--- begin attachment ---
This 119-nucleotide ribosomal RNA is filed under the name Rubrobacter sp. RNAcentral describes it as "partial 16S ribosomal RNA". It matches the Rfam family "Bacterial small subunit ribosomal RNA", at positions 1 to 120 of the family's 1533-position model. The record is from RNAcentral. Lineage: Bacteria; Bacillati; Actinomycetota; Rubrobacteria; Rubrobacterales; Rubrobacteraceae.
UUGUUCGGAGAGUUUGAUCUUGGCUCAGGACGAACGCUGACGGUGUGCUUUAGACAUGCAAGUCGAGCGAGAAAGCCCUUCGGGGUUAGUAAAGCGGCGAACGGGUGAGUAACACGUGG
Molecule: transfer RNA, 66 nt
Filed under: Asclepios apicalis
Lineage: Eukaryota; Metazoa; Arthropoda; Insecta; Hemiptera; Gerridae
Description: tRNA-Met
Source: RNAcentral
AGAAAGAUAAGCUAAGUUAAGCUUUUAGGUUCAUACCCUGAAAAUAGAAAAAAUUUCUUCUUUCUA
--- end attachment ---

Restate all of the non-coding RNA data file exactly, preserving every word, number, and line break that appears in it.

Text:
This 119-nucleotide ribosomal RNA is filed under the name Rubrobacter sp. RNAcentral describes it as "partial 16S ribosomal RNA". It matches the Rfam family "Bacterial small subunit ribosomal RNA", at positions 1 to 120 of the family's 1533-position model. The record is from RNAcentral. Lineage: Bacteria; Bacillati; Actinomycetota; Rubrobacteria; Rubrobacterales; Rubrobacteraceae.
UUGUUCGGAGAGUUUGAUCUUGGCUCAGGACGAACGCUGACGGUGUGCUUUAGACAUGCAAGUCGAGCGAGAAAGCCCUUCGGGGUUAGUAAAGCGGCGAACGGGUGAGUAACACGUGG
Molecule: transfer RNA, 66 nt
Filed under: Asclepios apicalis
Lineage: Eukaryota; Metazoa; Arthropoda; Insecta; Hemiptera; Gerridae
Description: tRNA-Met
Source: RNAcentral
AGAAAGAUAAGCUAAGUUAAGCUUUUAGGUUCAUACCCUGAAAAUAGAAAAAAUUUCUUCUUUCUA